Q: Is Boxed Wine a More Eco-Friendly Choice than Bottled?
A: Yes, if you're only counting carbon footprints: Fewer fossil fuels are burned and hence less carbon dioxide is released by shipping cartons vs heavy glass -- but the whole picture, like the taste of a fine wine, is more complex. Here's what to consider:
Is the Wine Certified Organic or Biodynamic?
In 2009, researchers at the University of Thessalonika in Greece reported that organic viticulture significantly reduces greenhouse gas emissions compared with conventional grape growing because it's free of fossil-fuel-derived pesticides and fertilizers. Organic and biodynamic cultivation also keep these toxic, polluting chemicals out of local ecosystems and waterways.
How Green Was Its Journey?
How Far and by what Method Did the Wine Travel to Reach You? A study in The Journal of Wine Research found that wine's greatest carbon footprint comes from shipping. Choose wine produced nearest to you, or that came by boat rather than truck or air freight. For example, if you live east of the Mississippi River, it's greener to buy French, which comes to you by sea; if west, go for California wines.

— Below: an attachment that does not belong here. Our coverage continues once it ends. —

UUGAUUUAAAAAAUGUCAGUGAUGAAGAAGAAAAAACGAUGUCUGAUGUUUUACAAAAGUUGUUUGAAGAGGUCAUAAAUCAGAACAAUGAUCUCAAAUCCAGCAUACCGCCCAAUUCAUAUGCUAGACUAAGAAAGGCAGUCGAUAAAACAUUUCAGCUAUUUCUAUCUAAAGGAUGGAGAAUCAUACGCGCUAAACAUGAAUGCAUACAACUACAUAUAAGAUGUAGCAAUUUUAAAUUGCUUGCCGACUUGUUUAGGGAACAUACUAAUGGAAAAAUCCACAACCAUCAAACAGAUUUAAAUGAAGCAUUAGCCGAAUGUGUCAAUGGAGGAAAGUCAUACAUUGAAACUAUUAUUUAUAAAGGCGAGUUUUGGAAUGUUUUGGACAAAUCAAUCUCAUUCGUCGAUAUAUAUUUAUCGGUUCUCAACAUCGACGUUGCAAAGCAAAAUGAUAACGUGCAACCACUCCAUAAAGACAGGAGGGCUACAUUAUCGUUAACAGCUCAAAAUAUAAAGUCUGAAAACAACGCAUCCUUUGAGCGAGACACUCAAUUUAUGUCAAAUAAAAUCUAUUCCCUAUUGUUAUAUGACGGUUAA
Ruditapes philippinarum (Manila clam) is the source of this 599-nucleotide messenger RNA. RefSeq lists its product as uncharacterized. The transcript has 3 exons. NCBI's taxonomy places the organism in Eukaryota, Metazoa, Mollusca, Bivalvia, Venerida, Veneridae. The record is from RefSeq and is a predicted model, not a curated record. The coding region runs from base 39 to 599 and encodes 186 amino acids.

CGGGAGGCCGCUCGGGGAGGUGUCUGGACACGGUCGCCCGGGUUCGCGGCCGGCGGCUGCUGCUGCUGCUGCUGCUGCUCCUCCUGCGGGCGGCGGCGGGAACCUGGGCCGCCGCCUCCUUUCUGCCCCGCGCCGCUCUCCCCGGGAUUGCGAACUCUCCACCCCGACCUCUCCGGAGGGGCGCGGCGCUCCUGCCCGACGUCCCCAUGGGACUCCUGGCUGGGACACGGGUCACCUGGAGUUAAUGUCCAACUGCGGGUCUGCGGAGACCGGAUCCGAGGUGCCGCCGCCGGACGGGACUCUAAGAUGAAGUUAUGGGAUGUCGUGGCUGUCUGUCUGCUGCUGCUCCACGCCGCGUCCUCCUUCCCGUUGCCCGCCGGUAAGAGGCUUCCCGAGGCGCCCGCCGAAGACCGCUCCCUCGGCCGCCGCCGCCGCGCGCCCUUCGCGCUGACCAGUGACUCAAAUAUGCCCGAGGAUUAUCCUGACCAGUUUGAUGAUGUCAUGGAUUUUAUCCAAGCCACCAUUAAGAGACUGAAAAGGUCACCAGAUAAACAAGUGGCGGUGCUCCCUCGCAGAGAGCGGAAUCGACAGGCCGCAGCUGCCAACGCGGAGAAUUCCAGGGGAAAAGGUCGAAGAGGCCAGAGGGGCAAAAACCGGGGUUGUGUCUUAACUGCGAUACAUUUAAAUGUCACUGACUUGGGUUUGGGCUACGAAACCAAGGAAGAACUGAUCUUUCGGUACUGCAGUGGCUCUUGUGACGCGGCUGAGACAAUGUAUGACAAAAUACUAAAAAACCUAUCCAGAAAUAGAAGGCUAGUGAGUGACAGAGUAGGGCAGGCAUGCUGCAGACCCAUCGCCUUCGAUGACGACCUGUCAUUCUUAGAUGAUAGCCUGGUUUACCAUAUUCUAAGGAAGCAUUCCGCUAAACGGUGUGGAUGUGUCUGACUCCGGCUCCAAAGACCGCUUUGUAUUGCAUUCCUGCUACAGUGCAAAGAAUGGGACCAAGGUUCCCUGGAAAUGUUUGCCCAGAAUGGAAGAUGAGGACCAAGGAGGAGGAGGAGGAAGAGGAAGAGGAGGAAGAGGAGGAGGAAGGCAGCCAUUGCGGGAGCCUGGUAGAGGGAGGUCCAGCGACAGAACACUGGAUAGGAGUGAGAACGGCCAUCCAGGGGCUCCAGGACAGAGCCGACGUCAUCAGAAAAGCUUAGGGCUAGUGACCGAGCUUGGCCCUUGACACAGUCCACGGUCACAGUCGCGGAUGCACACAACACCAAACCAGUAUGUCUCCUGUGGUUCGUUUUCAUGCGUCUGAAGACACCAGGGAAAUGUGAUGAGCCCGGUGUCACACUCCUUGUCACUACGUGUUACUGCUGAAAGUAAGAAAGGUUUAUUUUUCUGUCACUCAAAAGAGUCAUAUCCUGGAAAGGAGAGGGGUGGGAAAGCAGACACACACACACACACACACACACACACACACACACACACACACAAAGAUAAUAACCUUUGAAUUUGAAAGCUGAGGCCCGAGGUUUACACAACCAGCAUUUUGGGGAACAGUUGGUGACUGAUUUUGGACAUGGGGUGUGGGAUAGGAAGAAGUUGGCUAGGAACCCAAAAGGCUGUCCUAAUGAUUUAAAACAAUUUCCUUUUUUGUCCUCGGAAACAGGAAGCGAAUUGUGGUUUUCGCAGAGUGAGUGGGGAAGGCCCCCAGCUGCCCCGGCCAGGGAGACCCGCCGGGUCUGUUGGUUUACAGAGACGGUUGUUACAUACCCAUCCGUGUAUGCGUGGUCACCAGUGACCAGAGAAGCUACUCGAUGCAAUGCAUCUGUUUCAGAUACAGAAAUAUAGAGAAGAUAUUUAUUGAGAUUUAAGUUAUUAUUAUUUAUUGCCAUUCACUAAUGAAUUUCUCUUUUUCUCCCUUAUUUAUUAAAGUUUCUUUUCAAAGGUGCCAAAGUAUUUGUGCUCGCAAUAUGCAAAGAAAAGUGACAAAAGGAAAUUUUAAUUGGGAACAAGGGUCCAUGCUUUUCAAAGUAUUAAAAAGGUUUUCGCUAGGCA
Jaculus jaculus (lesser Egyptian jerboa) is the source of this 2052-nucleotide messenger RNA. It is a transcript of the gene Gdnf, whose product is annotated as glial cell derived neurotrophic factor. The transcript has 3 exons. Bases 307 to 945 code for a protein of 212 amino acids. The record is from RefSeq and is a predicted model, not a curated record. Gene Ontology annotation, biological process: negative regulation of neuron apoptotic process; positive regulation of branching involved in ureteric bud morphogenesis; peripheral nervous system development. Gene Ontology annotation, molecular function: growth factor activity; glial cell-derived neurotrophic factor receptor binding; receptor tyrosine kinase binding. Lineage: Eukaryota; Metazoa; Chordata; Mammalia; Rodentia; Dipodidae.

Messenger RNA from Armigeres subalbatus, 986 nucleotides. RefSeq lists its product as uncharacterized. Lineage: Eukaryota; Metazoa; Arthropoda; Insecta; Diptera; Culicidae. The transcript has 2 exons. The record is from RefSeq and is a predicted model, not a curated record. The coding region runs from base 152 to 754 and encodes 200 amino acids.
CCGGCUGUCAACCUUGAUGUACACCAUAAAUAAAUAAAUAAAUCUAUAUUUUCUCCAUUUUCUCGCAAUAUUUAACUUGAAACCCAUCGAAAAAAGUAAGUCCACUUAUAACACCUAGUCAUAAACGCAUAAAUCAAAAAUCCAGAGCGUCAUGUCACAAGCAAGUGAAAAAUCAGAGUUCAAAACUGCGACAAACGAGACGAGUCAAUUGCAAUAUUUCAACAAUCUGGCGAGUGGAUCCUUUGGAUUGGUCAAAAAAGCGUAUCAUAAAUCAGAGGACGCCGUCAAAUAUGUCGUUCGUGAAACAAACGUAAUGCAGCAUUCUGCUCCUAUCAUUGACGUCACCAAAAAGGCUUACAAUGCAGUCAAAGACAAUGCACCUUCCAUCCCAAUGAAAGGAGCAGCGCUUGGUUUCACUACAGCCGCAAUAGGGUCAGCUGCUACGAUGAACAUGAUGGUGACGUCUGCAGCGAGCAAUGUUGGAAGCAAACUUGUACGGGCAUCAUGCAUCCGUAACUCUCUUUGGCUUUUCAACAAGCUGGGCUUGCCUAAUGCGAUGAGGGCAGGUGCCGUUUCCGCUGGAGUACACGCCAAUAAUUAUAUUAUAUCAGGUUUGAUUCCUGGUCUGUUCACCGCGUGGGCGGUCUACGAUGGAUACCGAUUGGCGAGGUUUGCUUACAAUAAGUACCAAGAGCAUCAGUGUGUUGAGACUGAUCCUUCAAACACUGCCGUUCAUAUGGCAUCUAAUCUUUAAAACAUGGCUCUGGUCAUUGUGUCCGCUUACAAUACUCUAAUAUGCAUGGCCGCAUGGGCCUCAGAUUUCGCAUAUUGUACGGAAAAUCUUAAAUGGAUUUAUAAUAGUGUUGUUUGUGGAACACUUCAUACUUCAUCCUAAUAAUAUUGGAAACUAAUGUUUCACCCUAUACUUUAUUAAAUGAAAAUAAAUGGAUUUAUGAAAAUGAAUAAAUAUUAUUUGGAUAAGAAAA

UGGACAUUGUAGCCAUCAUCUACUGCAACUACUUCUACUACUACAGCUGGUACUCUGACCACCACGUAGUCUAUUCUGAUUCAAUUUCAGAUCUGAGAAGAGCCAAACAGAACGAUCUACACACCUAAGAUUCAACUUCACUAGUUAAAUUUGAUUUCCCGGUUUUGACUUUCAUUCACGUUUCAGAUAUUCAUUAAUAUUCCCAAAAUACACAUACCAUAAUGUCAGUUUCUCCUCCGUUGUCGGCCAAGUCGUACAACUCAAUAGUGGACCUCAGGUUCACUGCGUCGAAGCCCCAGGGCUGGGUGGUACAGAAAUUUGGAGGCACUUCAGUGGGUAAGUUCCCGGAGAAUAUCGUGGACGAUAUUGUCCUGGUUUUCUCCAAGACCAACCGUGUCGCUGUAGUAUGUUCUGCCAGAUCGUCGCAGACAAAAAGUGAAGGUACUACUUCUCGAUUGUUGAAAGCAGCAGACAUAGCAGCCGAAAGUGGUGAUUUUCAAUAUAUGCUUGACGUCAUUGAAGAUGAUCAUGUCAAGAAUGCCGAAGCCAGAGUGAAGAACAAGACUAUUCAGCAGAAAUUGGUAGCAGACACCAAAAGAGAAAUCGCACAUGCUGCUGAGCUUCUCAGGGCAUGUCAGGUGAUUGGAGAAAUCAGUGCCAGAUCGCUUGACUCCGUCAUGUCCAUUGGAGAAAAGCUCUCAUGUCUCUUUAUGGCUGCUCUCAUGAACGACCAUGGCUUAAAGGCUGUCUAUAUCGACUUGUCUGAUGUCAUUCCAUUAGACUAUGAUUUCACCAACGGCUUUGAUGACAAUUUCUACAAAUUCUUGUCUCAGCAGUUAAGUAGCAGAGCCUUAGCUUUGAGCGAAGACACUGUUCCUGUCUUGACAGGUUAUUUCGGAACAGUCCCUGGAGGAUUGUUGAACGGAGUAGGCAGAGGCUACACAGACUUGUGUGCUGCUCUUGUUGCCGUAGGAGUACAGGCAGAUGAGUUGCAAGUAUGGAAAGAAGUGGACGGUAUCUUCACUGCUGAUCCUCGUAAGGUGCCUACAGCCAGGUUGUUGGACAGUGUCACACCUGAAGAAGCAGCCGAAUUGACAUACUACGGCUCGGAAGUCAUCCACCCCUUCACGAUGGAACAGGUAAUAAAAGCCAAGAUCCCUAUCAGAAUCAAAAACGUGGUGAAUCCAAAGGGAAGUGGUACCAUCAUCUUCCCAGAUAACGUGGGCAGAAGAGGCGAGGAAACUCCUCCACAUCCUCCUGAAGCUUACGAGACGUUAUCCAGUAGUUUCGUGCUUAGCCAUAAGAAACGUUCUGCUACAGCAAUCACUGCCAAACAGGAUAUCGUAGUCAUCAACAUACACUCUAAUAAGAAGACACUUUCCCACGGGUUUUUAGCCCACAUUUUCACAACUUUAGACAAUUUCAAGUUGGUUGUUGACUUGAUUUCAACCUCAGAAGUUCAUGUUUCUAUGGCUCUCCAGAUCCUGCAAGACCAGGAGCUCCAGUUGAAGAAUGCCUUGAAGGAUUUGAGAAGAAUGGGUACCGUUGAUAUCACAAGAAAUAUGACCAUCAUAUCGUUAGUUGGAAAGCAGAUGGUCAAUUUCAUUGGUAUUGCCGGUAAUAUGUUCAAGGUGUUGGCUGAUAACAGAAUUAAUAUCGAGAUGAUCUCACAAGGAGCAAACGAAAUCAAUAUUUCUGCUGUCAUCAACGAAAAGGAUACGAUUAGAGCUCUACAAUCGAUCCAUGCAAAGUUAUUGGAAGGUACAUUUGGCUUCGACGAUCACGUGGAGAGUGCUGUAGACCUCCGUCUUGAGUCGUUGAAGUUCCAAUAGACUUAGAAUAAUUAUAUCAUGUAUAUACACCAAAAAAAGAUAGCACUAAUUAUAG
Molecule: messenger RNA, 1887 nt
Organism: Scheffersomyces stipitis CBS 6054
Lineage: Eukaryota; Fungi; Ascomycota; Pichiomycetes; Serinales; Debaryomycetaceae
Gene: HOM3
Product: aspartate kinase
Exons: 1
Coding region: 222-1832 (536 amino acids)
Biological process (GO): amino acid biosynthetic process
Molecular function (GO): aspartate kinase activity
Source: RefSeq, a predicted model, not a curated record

How is the Wine Packaged?
Cardboard is lighter than glass when it comes to fuel miles, but check whether that wine box is made of recycled paper; cutting virgin trees makes for distinctly ungreen packaging. And, is the carton recyclable when you're done with it? Some wines are packaged in Tetra-paks, which are recyclable in many places. Check with your municipal solid waste department or at Earth911.org.
A green winner: Organic wine packaged in Tetra Pak, such as Yellow + Blue wine from Argentina, which packs half the carbon weight of a glass-bottled conventional wine from that country.
For green-living tips on other topics, read more advice from Mindy.
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